With the success of "Django" in 1966, a slew of unofficial sequels filled the cinemas through the next decade. With upwards of over 30 unofficial sequels all the titles tend to blend together after a while but if you're willing to dig through the films there is one that tends to stand-out above the rest, and that film is "Django, Kill!".
What also makes "Django, Kill" different than the rest of the pack is that it wasn't originally made to mimic or sequelize "Django". It actually doesn't feel like a rip-off at all! It was originally made as If You Live, Shoot! but was re-titled to ride the coat tails of "Django". Our character Django (played by Tomas Milian) also doesn't mimic Franco Nero's character from the original at all. Instead of a lone gunmen Civil War vet, Django this time is a bumbling Mexican half-breed. If you can't tell your better off ignoring the title and going into this surprisingly good Spaghetti Western with a fresh mind set.
Our film opens with a group of Mexican half-breeds who are gunned down by their employers after they strike gold. After the gunmen leave, our Mexican Django miraculously remains alive and crawls out of his sandy grave. Wanting revenge he heads back to town to reek his revenge with a pistol full of golden bullets!
What I love about this film is the surreal feel to it, a definite freshness in the spaghetti western genre. Tomas Milian almost seems to be a ghostly spectre out for revenge. I also dug the extreme violence making this perhaps the most violent Italian western I have ever seen (the Spanish film Cut Throats Nine doesn't count!).There is a bloody scalping but my favorite part is a sequence with a doctor digging bullets out of a dying victim of Django. When the doctor digs the first bullet out and reveals to the patient's gang that it's made out of gold, the gang shockingly all start digging into his open wounds for the gold bullets! It's not surprising the guy dies a painful death! There is another unintentionally funny scene when Milian straps some explosives to a horse and runs the horse into his old employer's ranch. After the horse explodes and director Giulio Questi decided to show pieces of the horse littered throughout the site. I found that extremely funny in a macabre sense.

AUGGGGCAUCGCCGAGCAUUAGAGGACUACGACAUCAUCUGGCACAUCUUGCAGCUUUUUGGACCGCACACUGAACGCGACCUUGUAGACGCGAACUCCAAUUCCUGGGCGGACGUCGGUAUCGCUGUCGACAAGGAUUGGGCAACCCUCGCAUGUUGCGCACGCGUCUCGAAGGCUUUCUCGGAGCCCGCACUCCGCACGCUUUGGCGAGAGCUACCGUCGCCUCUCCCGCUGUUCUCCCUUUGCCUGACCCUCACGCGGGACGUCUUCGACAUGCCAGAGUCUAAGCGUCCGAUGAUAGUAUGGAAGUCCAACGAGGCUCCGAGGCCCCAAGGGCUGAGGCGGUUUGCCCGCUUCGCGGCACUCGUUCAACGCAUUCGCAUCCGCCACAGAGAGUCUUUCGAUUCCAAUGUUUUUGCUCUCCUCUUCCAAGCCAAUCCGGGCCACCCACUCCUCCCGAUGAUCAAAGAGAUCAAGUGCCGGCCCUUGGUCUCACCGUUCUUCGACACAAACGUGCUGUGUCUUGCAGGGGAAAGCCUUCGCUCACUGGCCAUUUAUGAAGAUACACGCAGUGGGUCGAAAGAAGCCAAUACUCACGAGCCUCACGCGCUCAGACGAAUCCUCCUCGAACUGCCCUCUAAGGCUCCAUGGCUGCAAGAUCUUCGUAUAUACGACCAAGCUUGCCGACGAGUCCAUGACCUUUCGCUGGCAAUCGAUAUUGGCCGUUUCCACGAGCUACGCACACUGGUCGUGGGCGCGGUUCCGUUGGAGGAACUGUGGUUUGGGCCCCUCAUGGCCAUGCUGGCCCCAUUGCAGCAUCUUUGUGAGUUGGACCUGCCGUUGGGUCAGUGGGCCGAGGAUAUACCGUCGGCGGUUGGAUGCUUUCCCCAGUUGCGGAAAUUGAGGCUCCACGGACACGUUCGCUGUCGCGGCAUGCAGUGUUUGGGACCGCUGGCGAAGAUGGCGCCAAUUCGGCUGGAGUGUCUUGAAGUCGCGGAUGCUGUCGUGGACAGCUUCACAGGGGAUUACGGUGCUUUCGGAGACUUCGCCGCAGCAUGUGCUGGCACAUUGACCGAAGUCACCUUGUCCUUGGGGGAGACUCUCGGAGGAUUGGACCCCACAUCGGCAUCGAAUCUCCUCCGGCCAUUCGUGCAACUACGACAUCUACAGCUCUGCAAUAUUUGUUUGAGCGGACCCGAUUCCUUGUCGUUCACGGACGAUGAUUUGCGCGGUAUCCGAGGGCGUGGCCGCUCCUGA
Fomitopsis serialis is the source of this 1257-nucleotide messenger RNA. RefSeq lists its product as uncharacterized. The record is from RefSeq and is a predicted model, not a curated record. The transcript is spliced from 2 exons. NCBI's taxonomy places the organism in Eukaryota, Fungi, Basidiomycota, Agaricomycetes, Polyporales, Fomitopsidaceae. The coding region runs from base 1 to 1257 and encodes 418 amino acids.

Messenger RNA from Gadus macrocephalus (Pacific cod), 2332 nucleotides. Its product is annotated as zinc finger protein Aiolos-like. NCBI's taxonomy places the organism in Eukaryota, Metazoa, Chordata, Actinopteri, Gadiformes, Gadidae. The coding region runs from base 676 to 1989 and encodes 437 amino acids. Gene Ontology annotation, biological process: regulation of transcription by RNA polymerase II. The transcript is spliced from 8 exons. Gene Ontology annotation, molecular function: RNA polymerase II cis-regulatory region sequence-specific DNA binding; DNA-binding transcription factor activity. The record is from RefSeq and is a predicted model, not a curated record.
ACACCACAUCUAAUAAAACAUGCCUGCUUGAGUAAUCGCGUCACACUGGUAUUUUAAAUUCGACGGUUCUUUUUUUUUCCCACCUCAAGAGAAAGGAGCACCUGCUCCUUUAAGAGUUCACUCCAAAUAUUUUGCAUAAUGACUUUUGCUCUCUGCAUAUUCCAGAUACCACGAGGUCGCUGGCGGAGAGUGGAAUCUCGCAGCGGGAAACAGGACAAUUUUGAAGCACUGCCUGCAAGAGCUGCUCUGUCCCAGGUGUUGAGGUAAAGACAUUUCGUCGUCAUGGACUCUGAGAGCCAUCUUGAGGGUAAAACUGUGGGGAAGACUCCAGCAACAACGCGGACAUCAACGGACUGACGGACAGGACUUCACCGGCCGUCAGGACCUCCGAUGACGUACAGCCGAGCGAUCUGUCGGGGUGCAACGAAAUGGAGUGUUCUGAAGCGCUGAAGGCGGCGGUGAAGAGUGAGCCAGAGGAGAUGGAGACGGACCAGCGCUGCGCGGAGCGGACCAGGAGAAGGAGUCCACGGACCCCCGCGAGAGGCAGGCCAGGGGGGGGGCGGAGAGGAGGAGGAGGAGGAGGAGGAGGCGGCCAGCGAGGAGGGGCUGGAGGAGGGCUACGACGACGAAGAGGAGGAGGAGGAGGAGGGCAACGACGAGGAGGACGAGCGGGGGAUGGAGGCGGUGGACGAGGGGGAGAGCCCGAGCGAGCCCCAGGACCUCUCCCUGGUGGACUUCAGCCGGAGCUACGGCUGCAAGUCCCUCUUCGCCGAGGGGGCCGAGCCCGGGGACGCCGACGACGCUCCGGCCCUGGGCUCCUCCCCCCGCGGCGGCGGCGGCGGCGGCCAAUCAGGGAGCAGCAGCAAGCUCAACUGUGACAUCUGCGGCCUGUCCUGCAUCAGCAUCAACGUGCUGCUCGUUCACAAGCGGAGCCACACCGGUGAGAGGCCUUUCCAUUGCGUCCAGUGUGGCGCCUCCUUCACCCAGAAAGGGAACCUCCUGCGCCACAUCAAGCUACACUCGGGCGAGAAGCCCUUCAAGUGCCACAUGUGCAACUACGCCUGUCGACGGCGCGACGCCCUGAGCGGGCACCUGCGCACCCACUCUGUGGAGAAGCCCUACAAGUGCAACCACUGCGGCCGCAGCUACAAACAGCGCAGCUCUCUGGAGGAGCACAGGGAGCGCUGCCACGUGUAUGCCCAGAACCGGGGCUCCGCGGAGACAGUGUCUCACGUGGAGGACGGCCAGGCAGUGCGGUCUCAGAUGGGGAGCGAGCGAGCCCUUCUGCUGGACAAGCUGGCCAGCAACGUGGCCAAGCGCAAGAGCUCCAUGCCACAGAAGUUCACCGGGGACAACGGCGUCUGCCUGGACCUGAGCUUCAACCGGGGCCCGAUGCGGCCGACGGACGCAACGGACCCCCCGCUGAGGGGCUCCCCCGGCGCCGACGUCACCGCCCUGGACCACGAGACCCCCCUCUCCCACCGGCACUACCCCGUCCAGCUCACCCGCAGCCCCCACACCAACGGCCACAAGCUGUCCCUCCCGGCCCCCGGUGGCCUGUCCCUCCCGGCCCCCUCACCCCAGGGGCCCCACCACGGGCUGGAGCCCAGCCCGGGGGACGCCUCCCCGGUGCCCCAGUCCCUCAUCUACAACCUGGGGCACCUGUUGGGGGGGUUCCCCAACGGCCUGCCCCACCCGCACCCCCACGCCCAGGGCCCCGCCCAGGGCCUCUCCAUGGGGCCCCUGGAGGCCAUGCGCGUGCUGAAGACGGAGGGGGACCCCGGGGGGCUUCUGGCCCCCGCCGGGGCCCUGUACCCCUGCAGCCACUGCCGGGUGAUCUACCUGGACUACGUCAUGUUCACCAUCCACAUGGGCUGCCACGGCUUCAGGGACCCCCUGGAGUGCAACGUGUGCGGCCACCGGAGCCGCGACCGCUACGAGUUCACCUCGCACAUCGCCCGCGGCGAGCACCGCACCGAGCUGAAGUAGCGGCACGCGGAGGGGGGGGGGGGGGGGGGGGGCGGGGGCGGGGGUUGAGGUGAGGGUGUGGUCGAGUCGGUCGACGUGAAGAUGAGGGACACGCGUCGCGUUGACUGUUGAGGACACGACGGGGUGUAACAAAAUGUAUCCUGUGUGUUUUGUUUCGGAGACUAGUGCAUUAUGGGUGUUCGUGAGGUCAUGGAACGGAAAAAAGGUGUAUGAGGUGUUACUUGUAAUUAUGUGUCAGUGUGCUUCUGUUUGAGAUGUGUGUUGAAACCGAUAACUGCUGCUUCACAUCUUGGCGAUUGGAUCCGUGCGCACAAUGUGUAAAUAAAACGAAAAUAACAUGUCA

Tomas Milan is again great as our lead. Is there a film this guy sucks in? Our head villain however has gay overtones but the filmmakers tend to lay it on a little too thick. He's constantly talking about how all his men look so cute in their little uniforms. Ok, i get it, he's gay! This also dates the film a bit as this was made back in the day when "gay was bad" so this in turn made the villain more "evil."
For my money "Django, Kill" is the best unofficial sequel to Django and is far better than that films one official sequel "Django Strikes Again". Still one must go into this not thinking it's a sequel to "Djang"o and view it as a fresh new film. It's got a great surreal atmosphere, extreme violence, and a likable lead. It's almost everything a spaghetti western fan is looking for, minus a truly despicable evil villain.
Written By Eric Reifschneider